A wind farm in South Australia has helped the nation’s capital create a piece of history, as the final infrastructure has been put in place to help the ACT reach its 100 per cent renewable electricity target.
Consisting of 99 wind turbines located between 8 and 24 km north of Jamestown in South Australia, stage three of Hornsdale Wind Farm will begin its contract with the ACT Government today.
The 109-megawatt wind farm will generate enough renewable electricity to power the equivalent of around 58,000 homes in the ACT every year over the next 20 years.
The Hornsdale Wind Farm is the last of the 10 large-scale renewable energy generators spread across the country required to power the ACT. It means the ACT has become the first major jurisdiction outside Europe to transition from a fossil fuel-based energy supply to 100 per cent renewable electricity.
Nine years after the ACT Legislative Assembly voted to support a legislated greenhouse gas reduction target of 40 per cent by 2020, the ACT has finally reached its target. Minister for Climate Change and Sustainability Shane Rattenbury said reaching the feat has proven that climate change action is both achievable and affordable.
“This really is the final piece of the jigsaw puzzle,” Mr Rattenbury said. “It took a lot of years to work out how to get there but what it demonstrates is that if you take the clear policy position of where you want to get to and do the hard work to deliver it, you can do things that you thought at the beginning were impossible.
“This is a huge achievement in consolidating the ACT’s reputation as Australia’s renewable energy capital and is a significant milestone in achieving our ultimate goal of zero net emissions by 2045.”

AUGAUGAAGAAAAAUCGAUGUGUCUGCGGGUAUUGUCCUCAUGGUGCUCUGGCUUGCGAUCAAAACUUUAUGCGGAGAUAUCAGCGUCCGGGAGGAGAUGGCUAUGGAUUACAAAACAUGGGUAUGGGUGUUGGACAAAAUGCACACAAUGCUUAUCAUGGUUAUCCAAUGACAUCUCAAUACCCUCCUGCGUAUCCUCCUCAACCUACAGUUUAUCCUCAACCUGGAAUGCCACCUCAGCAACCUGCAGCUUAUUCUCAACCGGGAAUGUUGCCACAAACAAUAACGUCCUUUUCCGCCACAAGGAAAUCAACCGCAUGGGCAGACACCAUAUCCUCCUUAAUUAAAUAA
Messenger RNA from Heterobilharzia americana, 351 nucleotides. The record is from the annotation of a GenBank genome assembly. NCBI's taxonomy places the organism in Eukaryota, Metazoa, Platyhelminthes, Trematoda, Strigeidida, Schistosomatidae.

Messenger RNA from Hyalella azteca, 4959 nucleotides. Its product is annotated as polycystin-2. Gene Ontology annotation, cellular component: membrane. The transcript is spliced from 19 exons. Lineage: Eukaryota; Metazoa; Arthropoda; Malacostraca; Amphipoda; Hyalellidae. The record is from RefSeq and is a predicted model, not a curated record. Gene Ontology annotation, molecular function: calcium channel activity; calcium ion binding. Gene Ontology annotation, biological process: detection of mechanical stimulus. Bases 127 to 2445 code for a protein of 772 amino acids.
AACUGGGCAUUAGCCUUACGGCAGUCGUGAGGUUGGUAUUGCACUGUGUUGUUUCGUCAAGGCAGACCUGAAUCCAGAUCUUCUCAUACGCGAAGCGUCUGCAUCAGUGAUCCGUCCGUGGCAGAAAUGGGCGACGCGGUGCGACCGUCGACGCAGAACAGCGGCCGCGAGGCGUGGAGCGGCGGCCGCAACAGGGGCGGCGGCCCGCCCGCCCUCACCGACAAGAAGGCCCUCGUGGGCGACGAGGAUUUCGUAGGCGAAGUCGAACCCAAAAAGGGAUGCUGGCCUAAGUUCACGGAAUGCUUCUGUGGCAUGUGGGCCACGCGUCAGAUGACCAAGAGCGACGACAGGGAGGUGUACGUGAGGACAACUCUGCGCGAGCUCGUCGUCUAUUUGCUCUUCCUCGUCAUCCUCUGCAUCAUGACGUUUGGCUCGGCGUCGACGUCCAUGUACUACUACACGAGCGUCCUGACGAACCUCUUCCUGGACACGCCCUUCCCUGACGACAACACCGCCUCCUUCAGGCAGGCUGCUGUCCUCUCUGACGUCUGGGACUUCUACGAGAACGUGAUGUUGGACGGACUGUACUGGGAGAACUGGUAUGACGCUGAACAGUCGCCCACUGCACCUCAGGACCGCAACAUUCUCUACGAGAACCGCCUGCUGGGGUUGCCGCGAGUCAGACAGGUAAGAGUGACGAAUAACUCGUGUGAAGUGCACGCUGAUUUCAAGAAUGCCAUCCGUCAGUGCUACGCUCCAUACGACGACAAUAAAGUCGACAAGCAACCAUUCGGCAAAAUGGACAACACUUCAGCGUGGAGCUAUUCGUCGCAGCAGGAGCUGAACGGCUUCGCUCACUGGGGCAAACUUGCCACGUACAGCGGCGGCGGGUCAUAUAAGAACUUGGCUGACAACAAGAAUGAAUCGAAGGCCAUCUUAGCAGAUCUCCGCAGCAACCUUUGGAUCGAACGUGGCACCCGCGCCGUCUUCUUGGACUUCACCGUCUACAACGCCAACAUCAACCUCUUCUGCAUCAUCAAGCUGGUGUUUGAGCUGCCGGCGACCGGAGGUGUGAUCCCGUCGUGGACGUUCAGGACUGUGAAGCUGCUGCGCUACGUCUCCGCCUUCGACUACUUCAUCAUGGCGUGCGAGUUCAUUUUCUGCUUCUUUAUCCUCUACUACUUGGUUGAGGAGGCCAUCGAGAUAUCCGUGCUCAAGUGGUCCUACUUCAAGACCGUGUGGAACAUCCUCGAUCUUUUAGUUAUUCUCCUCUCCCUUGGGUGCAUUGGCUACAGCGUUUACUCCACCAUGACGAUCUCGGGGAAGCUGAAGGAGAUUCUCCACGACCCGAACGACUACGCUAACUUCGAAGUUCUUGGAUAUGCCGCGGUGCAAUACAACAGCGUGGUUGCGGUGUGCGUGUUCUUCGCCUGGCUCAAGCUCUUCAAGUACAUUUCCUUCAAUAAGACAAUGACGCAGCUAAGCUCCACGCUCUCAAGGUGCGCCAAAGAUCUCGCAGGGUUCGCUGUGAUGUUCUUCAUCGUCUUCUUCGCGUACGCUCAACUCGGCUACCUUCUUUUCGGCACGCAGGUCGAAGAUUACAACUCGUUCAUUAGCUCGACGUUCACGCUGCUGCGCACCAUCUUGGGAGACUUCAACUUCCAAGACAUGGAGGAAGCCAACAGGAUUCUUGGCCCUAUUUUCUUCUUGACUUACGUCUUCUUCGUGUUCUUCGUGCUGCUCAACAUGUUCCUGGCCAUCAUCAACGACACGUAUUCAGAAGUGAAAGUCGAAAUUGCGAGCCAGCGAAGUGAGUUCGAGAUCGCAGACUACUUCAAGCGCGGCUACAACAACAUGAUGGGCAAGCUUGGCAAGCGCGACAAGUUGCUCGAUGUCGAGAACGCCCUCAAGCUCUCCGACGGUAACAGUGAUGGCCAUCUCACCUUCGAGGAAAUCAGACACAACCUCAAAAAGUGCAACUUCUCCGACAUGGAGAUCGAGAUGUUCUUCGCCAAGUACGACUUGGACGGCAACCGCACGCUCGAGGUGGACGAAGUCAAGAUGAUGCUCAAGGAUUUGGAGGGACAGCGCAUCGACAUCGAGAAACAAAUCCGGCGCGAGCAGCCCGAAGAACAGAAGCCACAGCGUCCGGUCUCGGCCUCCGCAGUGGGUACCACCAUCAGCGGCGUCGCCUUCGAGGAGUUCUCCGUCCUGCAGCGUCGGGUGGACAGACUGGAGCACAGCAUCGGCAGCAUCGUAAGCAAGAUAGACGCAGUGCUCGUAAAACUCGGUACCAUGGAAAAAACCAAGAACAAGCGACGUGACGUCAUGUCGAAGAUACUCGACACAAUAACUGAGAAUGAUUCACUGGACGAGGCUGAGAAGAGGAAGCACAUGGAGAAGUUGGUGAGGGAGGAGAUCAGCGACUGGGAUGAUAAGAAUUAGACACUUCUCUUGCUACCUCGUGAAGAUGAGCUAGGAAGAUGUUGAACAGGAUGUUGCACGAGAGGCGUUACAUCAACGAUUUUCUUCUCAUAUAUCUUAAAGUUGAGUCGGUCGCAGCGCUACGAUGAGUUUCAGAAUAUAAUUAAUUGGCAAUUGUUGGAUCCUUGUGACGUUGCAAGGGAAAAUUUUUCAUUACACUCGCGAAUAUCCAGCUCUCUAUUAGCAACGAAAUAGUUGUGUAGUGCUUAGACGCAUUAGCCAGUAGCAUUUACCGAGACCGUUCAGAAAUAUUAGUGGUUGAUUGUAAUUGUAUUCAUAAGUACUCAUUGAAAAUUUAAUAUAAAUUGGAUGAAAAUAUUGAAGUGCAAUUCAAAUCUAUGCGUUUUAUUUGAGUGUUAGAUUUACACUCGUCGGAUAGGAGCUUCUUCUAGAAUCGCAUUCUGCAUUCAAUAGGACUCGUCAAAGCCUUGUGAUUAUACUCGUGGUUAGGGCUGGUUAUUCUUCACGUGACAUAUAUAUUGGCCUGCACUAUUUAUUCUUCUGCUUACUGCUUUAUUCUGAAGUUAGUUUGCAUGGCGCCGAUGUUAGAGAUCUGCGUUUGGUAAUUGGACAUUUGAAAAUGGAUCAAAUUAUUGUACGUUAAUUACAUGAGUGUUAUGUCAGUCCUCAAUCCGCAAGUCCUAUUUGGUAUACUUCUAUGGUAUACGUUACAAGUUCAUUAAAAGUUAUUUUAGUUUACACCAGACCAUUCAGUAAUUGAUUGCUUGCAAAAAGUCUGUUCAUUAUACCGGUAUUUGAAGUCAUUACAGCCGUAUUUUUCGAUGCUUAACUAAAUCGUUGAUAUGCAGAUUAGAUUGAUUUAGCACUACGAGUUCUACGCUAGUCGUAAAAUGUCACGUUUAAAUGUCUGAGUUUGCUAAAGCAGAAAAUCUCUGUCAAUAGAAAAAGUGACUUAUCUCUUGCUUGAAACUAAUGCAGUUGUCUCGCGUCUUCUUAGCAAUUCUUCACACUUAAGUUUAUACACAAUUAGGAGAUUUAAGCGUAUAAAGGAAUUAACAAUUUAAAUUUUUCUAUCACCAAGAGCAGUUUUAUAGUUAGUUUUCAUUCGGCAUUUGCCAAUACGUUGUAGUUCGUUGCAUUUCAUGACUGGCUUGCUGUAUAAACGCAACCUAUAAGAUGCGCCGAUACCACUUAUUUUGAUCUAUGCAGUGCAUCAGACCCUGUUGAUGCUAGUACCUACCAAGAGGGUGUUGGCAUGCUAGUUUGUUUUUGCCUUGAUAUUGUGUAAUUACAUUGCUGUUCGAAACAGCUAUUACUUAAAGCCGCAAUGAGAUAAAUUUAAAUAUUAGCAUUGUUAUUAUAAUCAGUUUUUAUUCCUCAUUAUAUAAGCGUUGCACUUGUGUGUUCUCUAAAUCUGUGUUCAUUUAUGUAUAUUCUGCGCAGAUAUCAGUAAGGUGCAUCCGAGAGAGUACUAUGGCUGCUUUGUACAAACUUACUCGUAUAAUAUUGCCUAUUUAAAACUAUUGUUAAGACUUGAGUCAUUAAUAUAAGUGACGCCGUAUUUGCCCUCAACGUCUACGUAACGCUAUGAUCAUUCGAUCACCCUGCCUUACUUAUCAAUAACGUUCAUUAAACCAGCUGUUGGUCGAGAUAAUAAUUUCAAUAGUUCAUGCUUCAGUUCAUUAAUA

While the ACT’s four renewable electricity auctions have brought in more than $500 million worth of investment into the ACT region, it has also made Canberra the centre for high-skilled renewable sector jobs.
“When the reverse auctions went out, we did not stipulate where the generation should be but we did stipulate that there needed to be industry development inside the ACT,” Mr Rattenbury told Region Media.
“So that is why we have the only accredited wind training course in the Southern Hemisphere, which is taught at CIT Bruce. People can go there and get a globally recognised certification of their skills so they can be technical operators on wind farms.
“A number of companies have also set up their headquarters in Canberra. We have businesses on Marcus Clarke Street who are operating wind farms across the planet from Canberra.”
While Mr Rattenbury said he was proud of the ACT’s achievement, he knows the work isn’t done yet.
“For me, the thing that is most significant about this achievement is that other jurisdictions are copying what we are doing,” he said. “That is a sign of a good and effective policy when others pick up and use it.
“I am really happy about that and I want people to copy as much as they like. While I am proud of this, we still need to become a more sustainable and liveable city while adapting to rising temperatures.”
Louis de Sambucy, the managing director of Neoen Australia which owns and operates Hornsdale Wind Farm, said Neoen was proud to be a part of history.
“Neoen is incredibly proud to have supported the ACT in meeting its 100 per cent renewable energy target, by supplying electricity produced by our great Hornsdale wind farm in South Australia,” he said.
“Our aim is to continue to support Australia’s energy transition by providing firm and affordable power 24-hours a day to Australians, creating a cleaner future for all.”